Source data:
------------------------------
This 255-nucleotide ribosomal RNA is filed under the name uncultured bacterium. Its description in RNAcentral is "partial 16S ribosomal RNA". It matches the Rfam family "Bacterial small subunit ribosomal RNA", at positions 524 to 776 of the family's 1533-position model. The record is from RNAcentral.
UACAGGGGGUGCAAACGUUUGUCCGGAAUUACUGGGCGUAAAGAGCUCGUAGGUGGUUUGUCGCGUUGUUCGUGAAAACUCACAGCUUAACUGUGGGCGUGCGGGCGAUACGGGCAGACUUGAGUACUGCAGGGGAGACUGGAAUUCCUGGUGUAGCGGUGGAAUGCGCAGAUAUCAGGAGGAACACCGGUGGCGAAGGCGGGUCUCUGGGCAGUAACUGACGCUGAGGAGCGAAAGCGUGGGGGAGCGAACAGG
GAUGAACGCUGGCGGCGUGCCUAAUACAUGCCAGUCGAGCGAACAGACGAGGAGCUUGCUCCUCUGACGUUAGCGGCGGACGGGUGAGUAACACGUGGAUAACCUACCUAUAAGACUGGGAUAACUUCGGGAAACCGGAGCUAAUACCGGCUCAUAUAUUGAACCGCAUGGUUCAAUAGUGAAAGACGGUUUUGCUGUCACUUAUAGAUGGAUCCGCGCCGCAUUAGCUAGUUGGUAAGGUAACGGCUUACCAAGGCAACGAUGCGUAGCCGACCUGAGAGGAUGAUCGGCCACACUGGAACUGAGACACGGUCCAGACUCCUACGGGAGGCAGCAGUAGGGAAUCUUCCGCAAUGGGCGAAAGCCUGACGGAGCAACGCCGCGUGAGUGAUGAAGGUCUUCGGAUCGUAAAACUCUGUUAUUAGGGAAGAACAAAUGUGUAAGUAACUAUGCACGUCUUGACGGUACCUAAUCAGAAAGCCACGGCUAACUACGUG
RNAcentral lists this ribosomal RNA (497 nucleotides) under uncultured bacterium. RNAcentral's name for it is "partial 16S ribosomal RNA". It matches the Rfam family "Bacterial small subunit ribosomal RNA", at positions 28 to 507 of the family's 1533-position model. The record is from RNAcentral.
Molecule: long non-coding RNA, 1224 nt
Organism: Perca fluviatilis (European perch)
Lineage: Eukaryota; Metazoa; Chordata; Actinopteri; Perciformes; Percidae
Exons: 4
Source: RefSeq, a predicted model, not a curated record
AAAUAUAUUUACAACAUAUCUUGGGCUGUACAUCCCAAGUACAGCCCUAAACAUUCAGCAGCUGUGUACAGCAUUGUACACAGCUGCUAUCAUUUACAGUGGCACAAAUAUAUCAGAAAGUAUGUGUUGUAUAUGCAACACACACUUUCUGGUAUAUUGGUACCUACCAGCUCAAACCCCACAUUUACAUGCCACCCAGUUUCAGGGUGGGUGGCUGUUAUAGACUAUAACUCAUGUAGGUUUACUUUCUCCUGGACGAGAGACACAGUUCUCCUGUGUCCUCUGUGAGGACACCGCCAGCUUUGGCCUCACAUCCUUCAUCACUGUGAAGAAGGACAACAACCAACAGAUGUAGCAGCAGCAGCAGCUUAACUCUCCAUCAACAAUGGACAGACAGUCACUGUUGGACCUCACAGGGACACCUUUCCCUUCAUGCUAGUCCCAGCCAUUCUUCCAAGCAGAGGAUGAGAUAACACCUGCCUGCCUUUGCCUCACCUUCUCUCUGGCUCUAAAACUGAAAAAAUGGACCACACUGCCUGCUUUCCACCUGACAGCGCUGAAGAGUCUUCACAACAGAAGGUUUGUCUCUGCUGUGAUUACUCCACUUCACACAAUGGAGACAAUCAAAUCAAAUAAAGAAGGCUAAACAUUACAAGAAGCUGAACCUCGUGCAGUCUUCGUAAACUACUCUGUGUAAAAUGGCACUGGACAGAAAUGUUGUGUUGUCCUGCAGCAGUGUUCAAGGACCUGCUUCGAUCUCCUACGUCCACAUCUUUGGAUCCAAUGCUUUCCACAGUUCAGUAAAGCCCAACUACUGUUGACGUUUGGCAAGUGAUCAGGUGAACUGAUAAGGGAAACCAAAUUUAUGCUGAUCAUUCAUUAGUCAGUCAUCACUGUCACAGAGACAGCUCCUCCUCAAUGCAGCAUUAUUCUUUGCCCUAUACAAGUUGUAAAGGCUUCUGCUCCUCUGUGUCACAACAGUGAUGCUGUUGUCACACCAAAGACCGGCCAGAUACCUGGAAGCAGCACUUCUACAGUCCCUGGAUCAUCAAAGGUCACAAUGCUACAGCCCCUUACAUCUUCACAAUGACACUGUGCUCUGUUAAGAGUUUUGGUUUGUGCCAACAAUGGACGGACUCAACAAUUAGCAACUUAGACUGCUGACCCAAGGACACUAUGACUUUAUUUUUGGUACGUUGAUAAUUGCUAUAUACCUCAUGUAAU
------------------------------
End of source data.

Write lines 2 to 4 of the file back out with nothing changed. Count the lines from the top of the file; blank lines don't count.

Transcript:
UACAGGGGGUGCAAACGUUUGUCCGGAAUUACUGGGCGUAAAGAGCUCGUAGGUGGUUUGUCGCGUUGUUCGUGAAAACUCACAGCUUAACUGUGGGCGUGCGGGCGAUACGGGCAGACUUGAGUACUGCAGGGGAGACUGGAAUUCCUGGUGUAGCGGUGGAAUGCGCAGAUAUCAGGAGGAACACCGGUGGCGAAGGCGGGUCUCUGGGCAGUAACUGACGCUGAGGAGCGAAAGCGUGGGGGAGCGAACAGG
GAUGAACGCUGGCGGCGUGCCUAAUACAUGCCAGUCGAGCGAACAGACGAGGAGCUUGCUCCUCUGACGUUAGCGGCGGACGGGUGAGUAACACGUGGAUAACCUACCUAUAAGACUGGGAUAACUUCGGGAAACCGGAGCUAAUACCGGCUCAUAUAUUGAACCGCAUGGUUCAAUAGUGAAAGACGGUUUUGCUGUCACUUAUAGAUGGAUCCGCGCCGCAUUAGCUAGUUGGUAAGGUAACGGCUUACCAAGGCAACGAUGCGUAGCCGACCUGAGAGGAUGAUCGGCCACACUGGAACUGAGACACGGUCCAGACUCCUACGGGAGGCAGCAGUAGGGAAUCUUCCGCAAUGGGCGAAAGCCUGACGGAGCAACGCCGCGUGAGUGAUGAAGGUCUUCGGAUCGUAAAACUCUGUUAUUAGGGAAGAACAAAUGUGUAAGUAACUAUGCACGUCUUGACGGUACCUAAUCAGAAAGCCACGGCUAACUACGUG
RNAcentral lists this ribosomal RNA (497 nucleotides) under uncultured bacterium. RNAcentral's name for it is "partial 16S ribosomal RNA". It matches the Rfam family "Bacterial small subunit ribosomal RNA", at positions 28 to 507 of the family's 1533-position model. The record is from RNAcentral.